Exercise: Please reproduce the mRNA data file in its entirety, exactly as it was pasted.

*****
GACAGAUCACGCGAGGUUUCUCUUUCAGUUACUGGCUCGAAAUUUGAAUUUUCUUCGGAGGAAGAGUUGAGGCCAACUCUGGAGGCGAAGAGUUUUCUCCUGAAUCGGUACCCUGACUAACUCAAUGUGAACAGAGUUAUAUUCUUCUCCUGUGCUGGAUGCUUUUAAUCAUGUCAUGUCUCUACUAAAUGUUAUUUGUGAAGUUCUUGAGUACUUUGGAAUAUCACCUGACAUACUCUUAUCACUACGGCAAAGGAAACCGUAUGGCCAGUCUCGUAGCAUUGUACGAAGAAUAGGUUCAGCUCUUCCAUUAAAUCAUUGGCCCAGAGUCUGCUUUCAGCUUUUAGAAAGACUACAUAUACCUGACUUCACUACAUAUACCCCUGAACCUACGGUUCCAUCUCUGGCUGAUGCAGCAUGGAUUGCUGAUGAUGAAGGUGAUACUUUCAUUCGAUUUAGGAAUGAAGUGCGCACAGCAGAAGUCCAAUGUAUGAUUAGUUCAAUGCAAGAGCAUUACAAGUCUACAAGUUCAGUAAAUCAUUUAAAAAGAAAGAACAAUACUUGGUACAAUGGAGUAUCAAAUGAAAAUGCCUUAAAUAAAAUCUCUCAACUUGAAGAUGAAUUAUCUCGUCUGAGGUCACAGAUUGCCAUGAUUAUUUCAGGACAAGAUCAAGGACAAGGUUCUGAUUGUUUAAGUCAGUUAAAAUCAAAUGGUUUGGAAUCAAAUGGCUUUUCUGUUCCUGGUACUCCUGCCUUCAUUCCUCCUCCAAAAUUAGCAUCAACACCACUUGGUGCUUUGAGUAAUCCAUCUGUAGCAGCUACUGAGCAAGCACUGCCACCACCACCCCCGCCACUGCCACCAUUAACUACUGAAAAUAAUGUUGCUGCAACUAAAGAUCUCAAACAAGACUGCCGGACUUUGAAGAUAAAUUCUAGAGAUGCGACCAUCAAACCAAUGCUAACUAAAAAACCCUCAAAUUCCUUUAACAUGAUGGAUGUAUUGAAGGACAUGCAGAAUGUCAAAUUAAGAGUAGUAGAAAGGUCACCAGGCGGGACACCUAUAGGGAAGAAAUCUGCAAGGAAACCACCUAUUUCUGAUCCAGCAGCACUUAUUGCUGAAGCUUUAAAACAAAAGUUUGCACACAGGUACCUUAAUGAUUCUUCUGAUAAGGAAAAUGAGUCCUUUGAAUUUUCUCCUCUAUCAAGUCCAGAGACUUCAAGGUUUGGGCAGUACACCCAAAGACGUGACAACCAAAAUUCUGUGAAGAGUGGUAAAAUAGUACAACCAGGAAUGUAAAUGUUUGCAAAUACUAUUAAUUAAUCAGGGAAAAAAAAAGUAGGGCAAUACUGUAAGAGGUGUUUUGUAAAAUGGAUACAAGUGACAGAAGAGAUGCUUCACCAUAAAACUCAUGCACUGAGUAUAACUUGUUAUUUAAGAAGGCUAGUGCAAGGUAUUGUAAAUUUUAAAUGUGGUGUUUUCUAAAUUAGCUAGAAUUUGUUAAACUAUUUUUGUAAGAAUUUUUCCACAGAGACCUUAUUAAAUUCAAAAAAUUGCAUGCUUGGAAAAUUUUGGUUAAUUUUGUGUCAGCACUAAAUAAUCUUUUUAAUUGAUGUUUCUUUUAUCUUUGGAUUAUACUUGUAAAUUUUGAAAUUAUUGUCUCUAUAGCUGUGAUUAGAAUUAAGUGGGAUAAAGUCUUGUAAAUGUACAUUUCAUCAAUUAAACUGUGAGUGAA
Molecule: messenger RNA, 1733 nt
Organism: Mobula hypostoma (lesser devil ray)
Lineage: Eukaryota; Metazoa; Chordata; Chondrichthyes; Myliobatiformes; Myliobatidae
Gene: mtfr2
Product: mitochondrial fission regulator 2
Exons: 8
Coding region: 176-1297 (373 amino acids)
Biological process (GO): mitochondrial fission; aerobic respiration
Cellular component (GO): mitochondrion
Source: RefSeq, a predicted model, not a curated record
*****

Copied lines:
GACAGAUCACGCGAGGUUUCUCUUUCAGUUACUGGCUCGAAAUUUGAAUUUUCUUCGGAGGAAGAGUUGAGGCCAACUCUGGAGGCGAAGAGUUUUCUCCUGAAUCGGUACCCUGACUAACUCAAUGUGAACAGAGUUAUAUUCUUCUCCUGUGCUGGAUGCUUUUAAUCAUGUCAUGUCUCUACUAAAUGUUAUUUGUGAAGUUCUUGAGUACUUUGGAAUAUCACCUGACAUACUCUUAUCACUACGGCAAAGGAAACCGUAUGGCCAGUCUCGUAGCAUUGUACGAAGAAUAGGUUCAGCUCUUCCAUUAAAUCAUUGGCCCAGAGUCUGCUUUCAGCUUUUAGAAAGACUACAUAUACCUGACUUCACUACAUAUACCCCUGAACCUACGGUUCCAUCUCUGGCUGAUGCAGCAUGGAUUGCUGAUGAUGAAGGUGAUACUUUCAUUCGAUUUAGGAAUGAAGUGCGCACAGCAGAAGUCCAAUGUAUGAUUAGUUCAAUGCAAGAGCAUUACAAGUCUACAAGUUCAGUAAAUCAUUUAAAAAGAAAGAACAAUACUUGGUACAAUGGAGUAUCAAAUGAAAAUGCCUUAAAUAAAAUCUCUCAACUUGAAGAUGAAUUAUCUCGUCUGAGGUCACAGAUUGCCAUGAUUAUUUCAGGACAAGAUCAAGGACAAGGUUCUGAUUGUUUAAGUCAGUUAAAAUCAAAUGGUUUGGAAUCAAAUGGCUUUUCUGUUCCUGGUACUCCUGCCUUCAUUCCUCCUCCAAAAUUAGCAUCAACACCACUUGGUGCUUUGAGUAAUCCAUCUGUAGCAGCUACUGAGCAAGCACUGCCACCACCACCCCCGCCACUGCCACCAUUAACUACUGAAAAUAAUGUUGCUGCAACUAAAGAUCUCAAACAAGACUGCCGGACUUUGAAGAUAAAUUCUAGAGAUGCGACCAUCAAACCAAUGCUAACUAAAAAACCCUCAAAUUCCUUUAACAUGAUGGAUGUAUUGAAGGACAUGCAGAAUGUCAAAUUAAGAGUAGUAGAAAGGUCACCAGGCGGGACACCUAUAGGGAAGAAAUCUGCAAGGAAACCACCUAUUUCUGAUCCAGCAGCACUUAUUGCUGAAGCUUUAAAACAAAAGUUUGCACACAGGUACCUUAAUGAUUCUUCUGAUAAGGAAAAUGAGUCCUUUGAAUUUUCUCCUCUAUCAAGUCCAGAGACUUCAAGGUUUGGGCAGUACACCCAAAGACGUGACAACCAAAAUUCUGUGAAGAGUGGUAAAAUAGUACAACCAGGAAUGUAAAUGUUUGCAAAUACUAUUAAUUAAUCAGGGAAAAAAAAAGUAGGGCAAUACUGUAAGAGGUGUUUUGUAAAAUGGAUACAAGUGACAGAAGAGAUGCUUCACCAUAAAACUCAUGCACUGAGUAUAACUUGUUAUUUAAGAAGGCUAGUGCAAGGUAUUGUAAAUUUUAAAUGUGGUGUUUUCUAAAUUAGCUAGAAUUUGUUAAACUAUUUUUGUAAGAAUUUUUCCACAGAGACCUUAUUAAAUUCAAAAAAUUGCAUGCUUGGAAAAUUUUGGUUAAUUUUGUGUCAGCACUAAAUAAUCUUUUUAAUUGAUGUUUCUUUUAUCUUUGGAUUAUACUUGUAAAUUUUGAAAUUAUUGUCUCUAUAGCUGUGAUUAGAAUUAAGUGGGAUAAAGUCUUGUAAAUGUACAUUUCAUCAAUUAAACUGUGAGUGAA
Molecule: messenger RNA, 1733 nt
Organism: Mobula hypostoma (lesser devil ray)
Lineage: Eukaryota; Metazoa; Chordata; Chondrichthyes; Myliobatiformes; Myliobatidae
Gene: mtfr2
Product: mitochondrial fission regulator 2
Exons: 8
Coding region: 176-1297 (373 amino acids)
Biological process (GO): mitochondrial fission; aerobic respiration
Cellular component (GO): mitochondrion
Source: RefSeq, a predicted model, not a curated record